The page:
Insofar as immovable property is concerned, a will is considered valid if its form complies with the law of the state in which that property is located.

A European certificate of succession can be used to prove that a will is valid under the law of another member state.

Estate administration

What rules and procedures govern:

(a) The appointment of estate administrators?

If no special administration has been arranged (ie, no executor or estate administrator have been appointed to administrate the estate or execute the will), the parties to the estate – that is, the surviving spouse or cohabitant, the heirs and universal legatees – must jointly administrate the estate. The same parties are then entitled to represent the estate against third parties and have the right to bring and respond to actions before court in cases concerning the estate. However, if an estate is divided between spouses after the testator’s death, or if such division cannot be made, the surviving spouse or cohabitant will not be party to the estate, as long as he or she is not also an heir or universal legatee.

However, if so requested by a party to the estate, the court will appoint an estate administrator to administrate the deceased’s property. When an estate administrator is appointed, he or she absorbs the rights, obligations and responsibility that, according to the main rule, belong to the parties to the estate. A party requesting that the court appoint an estate administrator need not assign motives or reasons for making such a claim. Consequently, in such cases, the court will not consider why the party has requested an estate administrator to be appointed. The estate administrator must be a person that can be expected to have the knowledge and insight required – especially with regard to the character of the estate. If an executor is already appointed under the will, he or she will also be appointed as estate administrator, as long as there are no objections.

Notably, both parties to an estate and an executor under the will can call for the appointment of an estate administrator. The same is true for a legatee or creditor, if considered necessary based on the circumstances of the case.

(b) Consolidation and administration of the estate?

An estate inventory will be drawn up within three months of the testator’s death. The estate inventory must contain information about the property and debts of the deceased and their value upon the testator’s death. If the deceased was married, both spouses' assets and debts will be noted and valued individually. Further, the name, social security number, address and day of death of the deceased must be noted. In addition, the estate inventory must contain information about who should have been notified about the estate inventory proceeding and who attended.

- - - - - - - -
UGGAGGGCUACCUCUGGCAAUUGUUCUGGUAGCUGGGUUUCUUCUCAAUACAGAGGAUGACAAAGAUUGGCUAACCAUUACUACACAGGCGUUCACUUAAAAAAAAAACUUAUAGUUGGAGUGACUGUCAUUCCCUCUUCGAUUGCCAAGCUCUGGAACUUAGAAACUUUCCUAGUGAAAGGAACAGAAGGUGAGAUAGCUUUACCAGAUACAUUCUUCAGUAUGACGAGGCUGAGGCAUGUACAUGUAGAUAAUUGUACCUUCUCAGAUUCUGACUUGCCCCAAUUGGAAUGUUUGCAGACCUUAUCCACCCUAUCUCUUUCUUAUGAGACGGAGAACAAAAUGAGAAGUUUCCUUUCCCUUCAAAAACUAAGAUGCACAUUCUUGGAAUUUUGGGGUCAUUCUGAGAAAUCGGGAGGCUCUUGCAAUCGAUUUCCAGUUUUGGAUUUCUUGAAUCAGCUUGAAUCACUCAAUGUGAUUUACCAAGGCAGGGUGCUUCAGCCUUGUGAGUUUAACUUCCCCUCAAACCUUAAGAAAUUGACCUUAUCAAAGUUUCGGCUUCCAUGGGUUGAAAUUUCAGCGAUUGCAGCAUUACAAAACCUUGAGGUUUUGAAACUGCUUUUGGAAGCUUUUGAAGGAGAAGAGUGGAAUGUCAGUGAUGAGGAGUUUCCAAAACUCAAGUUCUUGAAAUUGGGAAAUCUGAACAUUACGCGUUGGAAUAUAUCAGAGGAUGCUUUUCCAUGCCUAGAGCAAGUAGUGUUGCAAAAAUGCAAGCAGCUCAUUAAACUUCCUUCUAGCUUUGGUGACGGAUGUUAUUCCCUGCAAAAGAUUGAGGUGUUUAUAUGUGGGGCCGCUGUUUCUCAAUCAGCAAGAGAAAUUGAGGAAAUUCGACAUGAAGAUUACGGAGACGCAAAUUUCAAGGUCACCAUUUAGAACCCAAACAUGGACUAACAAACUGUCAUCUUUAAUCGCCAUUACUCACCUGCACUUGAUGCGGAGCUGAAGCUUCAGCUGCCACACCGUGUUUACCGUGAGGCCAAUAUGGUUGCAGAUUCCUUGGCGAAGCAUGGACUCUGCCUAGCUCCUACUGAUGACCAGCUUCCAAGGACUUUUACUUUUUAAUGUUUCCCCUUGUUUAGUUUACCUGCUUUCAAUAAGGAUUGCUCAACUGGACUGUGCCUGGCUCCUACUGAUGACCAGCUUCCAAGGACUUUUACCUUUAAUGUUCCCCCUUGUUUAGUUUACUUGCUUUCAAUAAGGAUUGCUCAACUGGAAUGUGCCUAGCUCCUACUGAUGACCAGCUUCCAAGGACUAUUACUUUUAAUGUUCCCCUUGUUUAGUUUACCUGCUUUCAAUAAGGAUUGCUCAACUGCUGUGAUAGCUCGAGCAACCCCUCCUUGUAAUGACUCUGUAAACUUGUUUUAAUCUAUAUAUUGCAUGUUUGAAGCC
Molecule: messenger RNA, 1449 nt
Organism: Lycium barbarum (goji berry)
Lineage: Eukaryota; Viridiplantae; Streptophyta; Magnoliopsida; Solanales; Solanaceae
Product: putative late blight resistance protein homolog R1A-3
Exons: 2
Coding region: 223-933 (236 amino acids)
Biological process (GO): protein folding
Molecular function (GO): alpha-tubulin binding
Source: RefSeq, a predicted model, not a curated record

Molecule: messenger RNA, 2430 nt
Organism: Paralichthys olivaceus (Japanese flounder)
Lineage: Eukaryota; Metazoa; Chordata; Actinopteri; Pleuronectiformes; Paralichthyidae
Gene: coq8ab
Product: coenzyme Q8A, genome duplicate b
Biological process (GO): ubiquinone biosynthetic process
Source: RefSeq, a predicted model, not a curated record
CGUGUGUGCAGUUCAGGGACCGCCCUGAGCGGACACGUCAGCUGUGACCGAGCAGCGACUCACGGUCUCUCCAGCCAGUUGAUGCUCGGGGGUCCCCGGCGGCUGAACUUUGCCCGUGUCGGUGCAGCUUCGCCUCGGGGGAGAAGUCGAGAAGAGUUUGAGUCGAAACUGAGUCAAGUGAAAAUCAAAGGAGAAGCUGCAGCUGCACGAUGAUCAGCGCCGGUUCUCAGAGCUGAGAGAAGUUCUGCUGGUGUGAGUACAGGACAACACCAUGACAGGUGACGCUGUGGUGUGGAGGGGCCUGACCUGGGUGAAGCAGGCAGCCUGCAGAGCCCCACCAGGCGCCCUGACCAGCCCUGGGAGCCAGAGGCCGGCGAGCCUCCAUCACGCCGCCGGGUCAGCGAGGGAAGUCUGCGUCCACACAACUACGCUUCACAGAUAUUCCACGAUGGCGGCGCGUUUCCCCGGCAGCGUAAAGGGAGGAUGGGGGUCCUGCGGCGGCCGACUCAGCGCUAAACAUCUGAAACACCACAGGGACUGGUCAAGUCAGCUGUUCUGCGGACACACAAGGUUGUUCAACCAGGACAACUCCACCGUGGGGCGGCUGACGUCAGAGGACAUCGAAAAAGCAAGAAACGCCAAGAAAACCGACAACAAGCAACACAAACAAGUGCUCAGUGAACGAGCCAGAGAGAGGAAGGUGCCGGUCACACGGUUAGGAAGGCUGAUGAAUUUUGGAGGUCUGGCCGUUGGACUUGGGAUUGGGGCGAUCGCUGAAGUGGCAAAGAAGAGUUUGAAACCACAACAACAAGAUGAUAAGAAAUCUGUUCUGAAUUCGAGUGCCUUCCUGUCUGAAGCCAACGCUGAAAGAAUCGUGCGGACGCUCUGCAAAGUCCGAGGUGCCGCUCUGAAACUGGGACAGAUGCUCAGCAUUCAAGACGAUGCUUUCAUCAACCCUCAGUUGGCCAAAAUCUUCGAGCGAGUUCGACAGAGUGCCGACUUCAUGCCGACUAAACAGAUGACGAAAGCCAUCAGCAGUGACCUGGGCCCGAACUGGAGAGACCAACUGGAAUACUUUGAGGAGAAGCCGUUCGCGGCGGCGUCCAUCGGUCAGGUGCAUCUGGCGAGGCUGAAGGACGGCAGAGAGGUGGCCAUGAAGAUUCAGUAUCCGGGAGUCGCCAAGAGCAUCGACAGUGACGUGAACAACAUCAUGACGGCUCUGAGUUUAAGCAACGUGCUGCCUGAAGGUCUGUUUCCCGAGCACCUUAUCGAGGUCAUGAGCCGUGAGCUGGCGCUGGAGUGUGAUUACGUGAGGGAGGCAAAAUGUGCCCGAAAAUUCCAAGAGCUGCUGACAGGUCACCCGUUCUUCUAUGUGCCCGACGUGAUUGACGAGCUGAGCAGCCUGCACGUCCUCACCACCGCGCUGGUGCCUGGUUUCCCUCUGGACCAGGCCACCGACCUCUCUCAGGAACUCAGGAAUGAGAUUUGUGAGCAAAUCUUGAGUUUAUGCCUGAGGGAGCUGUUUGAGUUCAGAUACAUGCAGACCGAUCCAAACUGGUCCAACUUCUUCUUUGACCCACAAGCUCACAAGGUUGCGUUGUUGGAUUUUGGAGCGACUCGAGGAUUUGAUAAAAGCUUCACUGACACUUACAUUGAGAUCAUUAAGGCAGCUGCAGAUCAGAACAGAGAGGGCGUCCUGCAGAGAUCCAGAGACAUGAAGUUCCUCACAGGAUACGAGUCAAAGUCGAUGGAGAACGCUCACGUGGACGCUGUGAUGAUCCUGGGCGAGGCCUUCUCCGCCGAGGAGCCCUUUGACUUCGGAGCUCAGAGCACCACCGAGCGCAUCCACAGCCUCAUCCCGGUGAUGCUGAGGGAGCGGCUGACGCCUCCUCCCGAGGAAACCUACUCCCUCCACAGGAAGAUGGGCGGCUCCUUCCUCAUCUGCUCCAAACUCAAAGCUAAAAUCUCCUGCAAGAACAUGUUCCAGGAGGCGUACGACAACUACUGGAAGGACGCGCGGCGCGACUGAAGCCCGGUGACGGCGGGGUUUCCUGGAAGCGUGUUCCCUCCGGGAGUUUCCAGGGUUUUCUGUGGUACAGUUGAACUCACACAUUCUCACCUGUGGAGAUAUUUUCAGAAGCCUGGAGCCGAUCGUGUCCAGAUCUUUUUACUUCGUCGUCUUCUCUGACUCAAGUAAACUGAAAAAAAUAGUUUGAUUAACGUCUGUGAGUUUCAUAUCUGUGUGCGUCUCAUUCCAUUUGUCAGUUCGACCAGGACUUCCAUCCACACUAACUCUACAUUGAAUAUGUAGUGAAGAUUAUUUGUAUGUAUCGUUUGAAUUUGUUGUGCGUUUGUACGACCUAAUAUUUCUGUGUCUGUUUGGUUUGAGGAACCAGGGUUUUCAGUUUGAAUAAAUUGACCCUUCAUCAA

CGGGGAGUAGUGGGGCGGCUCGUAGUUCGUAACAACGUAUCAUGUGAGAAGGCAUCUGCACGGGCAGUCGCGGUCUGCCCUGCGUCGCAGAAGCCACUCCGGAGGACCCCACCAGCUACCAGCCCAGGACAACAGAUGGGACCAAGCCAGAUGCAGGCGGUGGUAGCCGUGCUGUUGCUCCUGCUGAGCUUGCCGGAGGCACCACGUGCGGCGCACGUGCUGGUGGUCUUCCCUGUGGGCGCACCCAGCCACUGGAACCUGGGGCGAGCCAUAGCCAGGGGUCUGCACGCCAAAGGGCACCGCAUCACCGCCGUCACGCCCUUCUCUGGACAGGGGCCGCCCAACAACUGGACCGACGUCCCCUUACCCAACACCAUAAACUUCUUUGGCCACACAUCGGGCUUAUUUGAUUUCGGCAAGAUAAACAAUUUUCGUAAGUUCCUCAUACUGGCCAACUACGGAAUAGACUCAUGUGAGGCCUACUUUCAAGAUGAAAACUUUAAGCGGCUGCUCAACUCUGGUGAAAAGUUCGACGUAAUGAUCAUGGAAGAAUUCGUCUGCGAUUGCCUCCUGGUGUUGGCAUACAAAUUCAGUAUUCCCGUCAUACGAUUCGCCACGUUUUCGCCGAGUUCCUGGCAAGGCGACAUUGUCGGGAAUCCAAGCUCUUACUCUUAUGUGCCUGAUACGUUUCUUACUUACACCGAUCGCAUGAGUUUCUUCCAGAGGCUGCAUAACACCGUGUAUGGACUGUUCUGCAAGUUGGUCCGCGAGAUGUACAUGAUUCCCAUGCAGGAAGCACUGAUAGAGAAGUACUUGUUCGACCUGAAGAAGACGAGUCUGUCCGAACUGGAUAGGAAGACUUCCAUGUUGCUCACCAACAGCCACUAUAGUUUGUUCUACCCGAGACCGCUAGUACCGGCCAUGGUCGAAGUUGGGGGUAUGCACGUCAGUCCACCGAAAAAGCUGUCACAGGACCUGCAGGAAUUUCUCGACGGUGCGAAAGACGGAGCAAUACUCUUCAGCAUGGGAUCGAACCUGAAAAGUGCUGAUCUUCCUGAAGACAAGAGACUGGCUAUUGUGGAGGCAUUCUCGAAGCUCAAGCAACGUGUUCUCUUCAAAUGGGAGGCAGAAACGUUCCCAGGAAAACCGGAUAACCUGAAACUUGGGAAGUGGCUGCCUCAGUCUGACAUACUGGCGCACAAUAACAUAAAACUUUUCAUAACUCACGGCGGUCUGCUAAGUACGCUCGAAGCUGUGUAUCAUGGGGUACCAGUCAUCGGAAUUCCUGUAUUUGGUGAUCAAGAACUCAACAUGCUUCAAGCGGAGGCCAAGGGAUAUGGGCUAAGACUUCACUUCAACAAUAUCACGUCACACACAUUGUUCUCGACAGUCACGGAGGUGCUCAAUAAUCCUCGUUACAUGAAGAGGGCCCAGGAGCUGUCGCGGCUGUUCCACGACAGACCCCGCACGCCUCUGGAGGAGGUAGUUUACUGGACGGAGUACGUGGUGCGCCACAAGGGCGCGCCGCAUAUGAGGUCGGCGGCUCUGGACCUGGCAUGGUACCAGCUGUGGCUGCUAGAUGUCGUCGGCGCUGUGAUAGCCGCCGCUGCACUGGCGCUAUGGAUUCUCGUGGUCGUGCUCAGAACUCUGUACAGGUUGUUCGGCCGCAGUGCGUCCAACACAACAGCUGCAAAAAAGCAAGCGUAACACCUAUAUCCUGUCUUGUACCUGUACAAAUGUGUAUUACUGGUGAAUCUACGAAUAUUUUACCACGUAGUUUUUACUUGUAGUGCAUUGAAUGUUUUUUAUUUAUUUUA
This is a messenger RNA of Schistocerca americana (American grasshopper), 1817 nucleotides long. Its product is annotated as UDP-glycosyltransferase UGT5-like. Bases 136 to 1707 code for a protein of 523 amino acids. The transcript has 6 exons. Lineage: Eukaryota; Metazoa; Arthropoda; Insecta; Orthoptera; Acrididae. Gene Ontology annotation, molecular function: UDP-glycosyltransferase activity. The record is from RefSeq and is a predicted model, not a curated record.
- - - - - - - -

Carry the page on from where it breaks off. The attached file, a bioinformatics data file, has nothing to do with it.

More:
After the estate has been properly investigated, a deed of the distribution of the estate will be drawn up. If the deceased was married, an estate division between spouses will be made before the distribution of the estate takes place. The same applies if there is a surviving cohabitant which, in accordance with the Cohabitees Act, calls for an estate division.

The deed of the distribution of an estate can be drawn up as an agreement between the parties to the estate or as a decision made by an estate administrator. The agreement or the decision declare the rights of the heirs and legatees, and can be used in relation to third parties as a proof of a certain right and to distribute the estate.

(c) Distribution of the estate to heirs?

The distribution of the estate is handled and executed by the individuals administrating the estate. During the estate investigation, those administrating the estate are responsible for taking care of the property of the deceased. Debts must be paid before the final distribution of the estate. Consequently, the net value of the deceased’s property will be divided between the heirs. Once the estate is ready to be distributed, the property will be handed over to the heirs and beneficiaries.

Notably, special rules apply to the distribution of legacies. For example, legacies can be distributed and handed over to legatees more or less immediately – that is, before the estate is fully investigated, the final distribution of the estate is drawn up or a deed of the distribution has become legally binding.

(d) Settlement of the decedent’s debts and payment of any taxes and fees?

The estate is an independent legal entity, responsible for its own costs and debts, including taxes. Before the estate is distributed and the property is divided between heirs and universal legatees, all debts must be paid.

Planning considerations

Are there any special considerations specific to your jurisdiction that individuals should bear in mind during succession planning?

There is no inheritance or gift tax in Sweden.

As a rule, any gifts given to a direct heir by the deceased will be deducted from the heir’s inheritance, as an advance of the inheritance. This rule will be upheld unless otherwise prescribed or if the circumstances at the time of the gift clearly demonstrate another intent.

If the recipient of a gift is not a direct heir, an opposite presumption applies. Then deduction will be made only if this has been prescribed or must be assumed, due to the circumstances, to have been intended when the property was given.

Further, Swedish inheritance law includes an enhanced protection for the portion of the inheritance to which a direct heir is entitled under the rules on forced heirship. Where the deceased has given away property under such circumstances or on such understanding that the gift is meant to equate to a will, the worth of the gift at the time of the testator’s death will be returned to the estate (when calculating the portion of the inheritance to which the direct heir is entitled under the forced heirship provisions).

Consequently, the rule applies only if the gift has led to an infringement of a direct heir’s right. Any court actions in this regard must be brought no later than one year after the deceased’s estate inventory has been finalised. After this time, the right to take legal action will have lapsed.